Tuesday, March 29, 2016

"We Interrupt this Program..."


I climbed a tree the other day, because I wanted to fill my lungs with the living breeze, to feel the wind lift the dust from my spirit, stir it to life, and sweep the cobwebs from my soul.  Emerging from winter, worn out.  Entering spring a bit stiff with the must and rust of year-long wrestling match still clinging to my elbows and knees.  

I crawled into a patch of sunlight yesterday.  Into that tipped-over gold that spilled yellow over the rocking chair, eyes closed, praying for the warm to drive the shadows from my thought and sear the sickness from my body.  

Sometimes your jar of clay wages an ever-present conflict with maladies both persistent and insidious.  The days slide dull through blurred vision, and you testily give your attitude a few bracing slaps each day, because for some terrible reason, when the physical is under siege, patience is the first deserter.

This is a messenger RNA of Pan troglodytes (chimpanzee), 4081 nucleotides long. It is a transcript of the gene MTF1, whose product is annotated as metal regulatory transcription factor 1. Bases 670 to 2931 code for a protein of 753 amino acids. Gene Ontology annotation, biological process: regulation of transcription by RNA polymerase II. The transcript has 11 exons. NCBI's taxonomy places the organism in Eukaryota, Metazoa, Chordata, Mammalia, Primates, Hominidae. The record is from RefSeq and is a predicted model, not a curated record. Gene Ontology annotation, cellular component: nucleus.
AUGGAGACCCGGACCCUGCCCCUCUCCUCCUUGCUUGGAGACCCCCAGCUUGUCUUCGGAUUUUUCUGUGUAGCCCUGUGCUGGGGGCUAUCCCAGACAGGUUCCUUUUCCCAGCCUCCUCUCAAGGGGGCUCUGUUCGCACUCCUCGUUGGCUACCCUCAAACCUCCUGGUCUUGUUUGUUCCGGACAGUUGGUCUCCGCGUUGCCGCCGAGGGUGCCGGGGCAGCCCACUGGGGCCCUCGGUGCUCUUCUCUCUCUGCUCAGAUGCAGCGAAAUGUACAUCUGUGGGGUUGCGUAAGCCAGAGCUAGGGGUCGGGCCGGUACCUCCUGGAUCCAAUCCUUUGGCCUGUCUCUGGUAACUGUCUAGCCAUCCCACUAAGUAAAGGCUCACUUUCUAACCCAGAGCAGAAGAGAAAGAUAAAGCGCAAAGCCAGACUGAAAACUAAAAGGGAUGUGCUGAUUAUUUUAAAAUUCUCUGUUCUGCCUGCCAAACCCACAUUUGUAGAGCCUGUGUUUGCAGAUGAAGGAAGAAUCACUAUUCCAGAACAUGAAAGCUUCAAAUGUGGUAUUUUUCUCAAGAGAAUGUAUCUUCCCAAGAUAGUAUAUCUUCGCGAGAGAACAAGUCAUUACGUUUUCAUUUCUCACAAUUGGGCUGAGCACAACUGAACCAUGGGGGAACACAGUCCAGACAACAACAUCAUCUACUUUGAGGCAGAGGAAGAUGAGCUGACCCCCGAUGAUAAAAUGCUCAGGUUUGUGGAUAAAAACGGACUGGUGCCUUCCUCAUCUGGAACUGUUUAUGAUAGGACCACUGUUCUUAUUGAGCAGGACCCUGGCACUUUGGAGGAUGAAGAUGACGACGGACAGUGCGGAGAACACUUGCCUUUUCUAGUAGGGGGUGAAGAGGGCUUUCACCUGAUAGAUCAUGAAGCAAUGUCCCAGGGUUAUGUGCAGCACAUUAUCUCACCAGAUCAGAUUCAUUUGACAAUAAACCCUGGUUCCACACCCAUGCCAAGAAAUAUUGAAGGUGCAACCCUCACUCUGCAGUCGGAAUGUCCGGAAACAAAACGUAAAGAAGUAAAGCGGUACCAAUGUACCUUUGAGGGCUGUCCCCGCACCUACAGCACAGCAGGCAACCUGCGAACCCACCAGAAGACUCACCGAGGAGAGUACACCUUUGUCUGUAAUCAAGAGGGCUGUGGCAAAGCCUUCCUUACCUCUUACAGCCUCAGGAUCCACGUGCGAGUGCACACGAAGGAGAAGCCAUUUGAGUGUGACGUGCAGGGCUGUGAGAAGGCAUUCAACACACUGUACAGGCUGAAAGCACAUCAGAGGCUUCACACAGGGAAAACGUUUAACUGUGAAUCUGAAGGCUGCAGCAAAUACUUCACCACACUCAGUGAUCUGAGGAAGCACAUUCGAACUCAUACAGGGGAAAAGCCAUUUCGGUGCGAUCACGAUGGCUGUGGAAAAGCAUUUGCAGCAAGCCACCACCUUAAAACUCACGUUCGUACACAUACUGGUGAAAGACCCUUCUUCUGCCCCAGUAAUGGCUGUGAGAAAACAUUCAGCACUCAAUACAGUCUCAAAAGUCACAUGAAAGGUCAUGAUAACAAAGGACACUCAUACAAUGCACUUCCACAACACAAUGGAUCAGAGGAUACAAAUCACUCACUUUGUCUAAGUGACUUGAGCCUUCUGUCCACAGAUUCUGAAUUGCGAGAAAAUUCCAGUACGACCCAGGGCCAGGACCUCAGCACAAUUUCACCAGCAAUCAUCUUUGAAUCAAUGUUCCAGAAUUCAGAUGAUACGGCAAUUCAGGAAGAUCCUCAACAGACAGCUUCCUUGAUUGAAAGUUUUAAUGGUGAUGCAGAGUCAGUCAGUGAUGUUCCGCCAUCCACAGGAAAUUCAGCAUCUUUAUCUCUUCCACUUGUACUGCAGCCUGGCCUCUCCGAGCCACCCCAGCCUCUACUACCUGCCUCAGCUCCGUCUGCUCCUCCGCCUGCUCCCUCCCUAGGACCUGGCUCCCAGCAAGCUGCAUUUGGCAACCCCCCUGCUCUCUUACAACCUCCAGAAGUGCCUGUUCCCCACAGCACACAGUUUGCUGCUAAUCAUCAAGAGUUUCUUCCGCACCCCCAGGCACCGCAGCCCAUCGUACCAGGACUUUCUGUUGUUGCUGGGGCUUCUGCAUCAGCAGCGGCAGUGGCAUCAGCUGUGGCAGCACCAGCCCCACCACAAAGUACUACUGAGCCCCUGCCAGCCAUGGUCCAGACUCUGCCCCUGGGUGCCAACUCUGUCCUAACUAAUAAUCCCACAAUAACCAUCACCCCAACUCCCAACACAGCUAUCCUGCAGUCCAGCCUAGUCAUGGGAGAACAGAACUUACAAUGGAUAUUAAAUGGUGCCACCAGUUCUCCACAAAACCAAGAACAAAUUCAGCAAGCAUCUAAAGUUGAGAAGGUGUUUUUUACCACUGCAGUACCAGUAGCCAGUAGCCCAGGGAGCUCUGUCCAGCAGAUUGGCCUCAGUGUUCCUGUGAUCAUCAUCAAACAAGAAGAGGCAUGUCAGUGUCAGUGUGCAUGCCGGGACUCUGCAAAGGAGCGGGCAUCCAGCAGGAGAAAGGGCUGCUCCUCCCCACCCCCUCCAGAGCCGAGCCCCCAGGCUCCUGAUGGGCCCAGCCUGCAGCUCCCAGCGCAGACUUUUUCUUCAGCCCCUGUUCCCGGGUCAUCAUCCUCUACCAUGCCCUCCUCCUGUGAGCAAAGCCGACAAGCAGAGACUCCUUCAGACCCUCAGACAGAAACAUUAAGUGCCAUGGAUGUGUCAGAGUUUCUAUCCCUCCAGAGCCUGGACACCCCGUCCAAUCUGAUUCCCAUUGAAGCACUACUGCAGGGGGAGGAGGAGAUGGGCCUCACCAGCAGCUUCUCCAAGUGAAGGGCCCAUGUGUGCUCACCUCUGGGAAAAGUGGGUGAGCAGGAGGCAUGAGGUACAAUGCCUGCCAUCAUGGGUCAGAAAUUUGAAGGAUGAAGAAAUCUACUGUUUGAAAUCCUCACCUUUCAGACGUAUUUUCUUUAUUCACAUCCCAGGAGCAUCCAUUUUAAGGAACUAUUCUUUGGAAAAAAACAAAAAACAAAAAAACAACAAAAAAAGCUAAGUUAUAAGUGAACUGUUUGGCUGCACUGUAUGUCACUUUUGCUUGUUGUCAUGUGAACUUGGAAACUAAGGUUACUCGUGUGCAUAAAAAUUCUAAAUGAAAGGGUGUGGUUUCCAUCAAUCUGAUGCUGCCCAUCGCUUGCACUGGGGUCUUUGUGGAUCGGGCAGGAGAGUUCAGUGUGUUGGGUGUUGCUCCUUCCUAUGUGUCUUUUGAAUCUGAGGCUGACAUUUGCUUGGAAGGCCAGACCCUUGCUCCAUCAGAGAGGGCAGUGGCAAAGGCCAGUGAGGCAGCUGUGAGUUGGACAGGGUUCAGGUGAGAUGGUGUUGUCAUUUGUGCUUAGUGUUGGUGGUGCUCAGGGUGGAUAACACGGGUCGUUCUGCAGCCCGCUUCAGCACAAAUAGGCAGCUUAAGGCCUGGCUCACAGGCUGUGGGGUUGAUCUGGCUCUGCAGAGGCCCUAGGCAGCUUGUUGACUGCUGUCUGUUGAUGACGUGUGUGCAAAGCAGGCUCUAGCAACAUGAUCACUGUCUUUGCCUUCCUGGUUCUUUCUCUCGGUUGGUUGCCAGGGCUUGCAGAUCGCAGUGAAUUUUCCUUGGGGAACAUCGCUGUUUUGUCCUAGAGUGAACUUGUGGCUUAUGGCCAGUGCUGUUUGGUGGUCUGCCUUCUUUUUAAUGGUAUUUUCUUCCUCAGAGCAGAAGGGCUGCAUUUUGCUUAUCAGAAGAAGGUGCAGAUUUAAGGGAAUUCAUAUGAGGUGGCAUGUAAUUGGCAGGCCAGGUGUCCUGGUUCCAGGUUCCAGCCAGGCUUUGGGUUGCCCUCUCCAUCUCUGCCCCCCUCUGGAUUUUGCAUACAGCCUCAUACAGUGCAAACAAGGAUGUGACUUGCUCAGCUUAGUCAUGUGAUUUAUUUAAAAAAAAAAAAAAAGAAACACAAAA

Over the battle-shredded radio waves, mostly static fills the ears with a dull buzz, pressing on to saturate even the spirit, if allowed the opportunity.  Every once in awhile, threads of a broadcast break through, but now the voices sound foreign, unfamiliar, and the only recognizable phrase is the glaring announcement repeated again and again.  

A program interrupted.  Life interrupted.  A declaration of war with as yet no foreseeable conclusion.  

In a post-Calvary world where the hurried heart walks spiritually slow, how do you savor joy and time when each stretched-out minute feels as though it only prolongs an agony, smears salt in a wound?   

Where does a fugitive find a day’s refuge or a soldier secure contentment when the desire of each second is for the nightmare to be over and the war to come to an end?